4. Program portfolio analysis

Charter schools are complex amalgamations of programs, projects, and initiatives. It’s useful to develop a matrix to classify these efforts according to their financial and social return. Doing so can bring forward initiatives within the school’s portfolio that are core and financially viable while also pinpointing those that aren’t mission relevant or revenue positive.

5. Scaling frameworks

Scale is achieved through different strategies, including financial strength, on-site program expansion, program comprehensiveness, and multi-site replication. This last approach often captures the imagination of charter entrepreneurs. A key replicating tension is between model fidelity and quality local leadership that may want to adapt the model. A compromise is possible, which allows for both core consistency across sites and local control to meet community needs. Scaling frameworks enable schools to attract high-quality local leaders who place their distinctive stamp on the school.

6. SWOT analysis

One longstanding tool for gathering good information about what is going on around and inside the school is SWOT analysis. It also looks beyond organizational horizon, identifying threats that disrupt organizational progress and opportunities to be seized. SWOT also has a retrospective quality, because it looks at strengths and weaknesses evidenced from what the organization has accomplished. Through SWOT, charter leaders can engage boards in the important exercise of risk assessment and management, also setting the stage for an informed planning process.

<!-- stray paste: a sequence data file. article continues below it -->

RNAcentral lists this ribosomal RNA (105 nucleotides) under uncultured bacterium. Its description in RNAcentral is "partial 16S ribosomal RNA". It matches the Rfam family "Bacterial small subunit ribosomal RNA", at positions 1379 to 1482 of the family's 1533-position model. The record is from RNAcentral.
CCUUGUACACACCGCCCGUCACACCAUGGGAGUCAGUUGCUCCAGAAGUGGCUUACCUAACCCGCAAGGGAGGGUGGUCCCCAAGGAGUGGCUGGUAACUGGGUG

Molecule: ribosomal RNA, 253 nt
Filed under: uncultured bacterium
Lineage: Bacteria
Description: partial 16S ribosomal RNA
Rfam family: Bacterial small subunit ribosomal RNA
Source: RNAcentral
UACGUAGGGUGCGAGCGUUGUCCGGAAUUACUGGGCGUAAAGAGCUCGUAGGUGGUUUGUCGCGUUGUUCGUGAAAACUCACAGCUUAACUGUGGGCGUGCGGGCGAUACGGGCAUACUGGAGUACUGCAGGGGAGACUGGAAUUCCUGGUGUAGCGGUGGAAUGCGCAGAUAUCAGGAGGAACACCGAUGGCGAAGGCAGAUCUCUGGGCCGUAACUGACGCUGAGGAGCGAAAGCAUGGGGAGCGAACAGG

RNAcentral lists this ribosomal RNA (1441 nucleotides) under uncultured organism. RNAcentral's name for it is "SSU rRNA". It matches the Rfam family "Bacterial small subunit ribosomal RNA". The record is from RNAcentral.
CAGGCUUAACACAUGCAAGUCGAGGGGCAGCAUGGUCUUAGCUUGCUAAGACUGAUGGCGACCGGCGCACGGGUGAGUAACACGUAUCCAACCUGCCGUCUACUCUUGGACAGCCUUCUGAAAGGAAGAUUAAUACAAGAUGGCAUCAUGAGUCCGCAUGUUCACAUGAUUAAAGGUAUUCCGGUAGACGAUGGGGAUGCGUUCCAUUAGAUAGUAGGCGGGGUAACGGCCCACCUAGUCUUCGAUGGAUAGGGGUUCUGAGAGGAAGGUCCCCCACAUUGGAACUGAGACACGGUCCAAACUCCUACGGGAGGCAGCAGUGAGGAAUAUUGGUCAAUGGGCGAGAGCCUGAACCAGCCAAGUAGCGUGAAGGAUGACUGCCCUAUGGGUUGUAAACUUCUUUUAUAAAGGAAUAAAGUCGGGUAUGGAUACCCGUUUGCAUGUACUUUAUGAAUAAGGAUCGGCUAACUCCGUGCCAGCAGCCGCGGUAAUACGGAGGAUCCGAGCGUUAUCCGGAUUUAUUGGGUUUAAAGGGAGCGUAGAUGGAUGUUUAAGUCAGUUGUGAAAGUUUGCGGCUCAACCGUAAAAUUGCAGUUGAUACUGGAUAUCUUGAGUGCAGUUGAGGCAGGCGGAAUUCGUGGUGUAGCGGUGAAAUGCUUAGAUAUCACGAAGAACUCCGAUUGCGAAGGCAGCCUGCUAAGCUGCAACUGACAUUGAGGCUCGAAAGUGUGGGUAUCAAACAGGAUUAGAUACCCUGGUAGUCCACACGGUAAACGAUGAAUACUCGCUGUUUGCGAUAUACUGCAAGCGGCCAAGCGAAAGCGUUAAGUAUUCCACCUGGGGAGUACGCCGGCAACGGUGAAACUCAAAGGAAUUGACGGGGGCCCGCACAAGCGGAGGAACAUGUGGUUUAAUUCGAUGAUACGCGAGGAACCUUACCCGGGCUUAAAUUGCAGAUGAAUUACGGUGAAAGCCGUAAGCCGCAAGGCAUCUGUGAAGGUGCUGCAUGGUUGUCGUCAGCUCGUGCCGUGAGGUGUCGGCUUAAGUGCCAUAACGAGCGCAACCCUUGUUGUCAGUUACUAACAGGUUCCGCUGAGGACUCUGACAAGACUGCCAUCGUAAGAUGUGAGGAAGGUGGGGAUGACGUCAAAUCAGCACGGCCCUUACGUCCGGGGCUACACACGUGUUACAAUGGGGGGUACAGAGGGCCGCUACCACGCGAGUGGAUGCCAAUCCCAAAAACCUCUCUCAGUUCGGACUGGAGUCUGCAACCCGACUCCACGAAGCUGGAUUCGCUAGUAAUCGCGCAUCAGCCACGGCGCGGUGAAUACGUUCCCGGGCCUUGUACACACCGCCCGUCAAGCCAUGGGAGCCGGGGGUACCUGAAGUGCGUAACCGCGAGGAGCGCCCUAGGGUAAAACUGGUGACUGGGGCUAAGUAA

7. Stakeholder analysis

A key step in navigating stakeholder environment categorizes the school’s parties using a tool emphasizing relative power, legitimacy, and urgency. Effective stakeholder management distinguishes between dormant, discretionary, demanding, dominant, dangerous, dependent, and definitive stakeholders. While it’s tempting to assert the egalitarian position that all stakeholders have equal standing, such an approach is disaster when trying to keep a charter heading in the right direction.

8. Customer service surveys

To focus improvement efforts, charter entrepreneurs need reliable data on how well the school meets the needs of key customers. Unlike retail store customers who buy and use the good or service, the education buyer is almost always a public agency or private donor while the end user is a family. This makes tracking customer service far more challenging. It requires regular data collection from families about their school experience and a clear method for assessing how the school is doing in its patron’s eyes. Family satisfaction is a leading indicator for many things, including fundraising success, charter renewal, and teaching morale. Measuring and managing customer satisfaction on a regular basis is critical.

About the Author: Peter Frumkin, Bruno V. Manno, and Nell Edgington are coauthors of The Strategic Management of Charter Schools: Frameworks and Tools for Educational Entrepreneurs, published by Harvard Education Press in September 2011.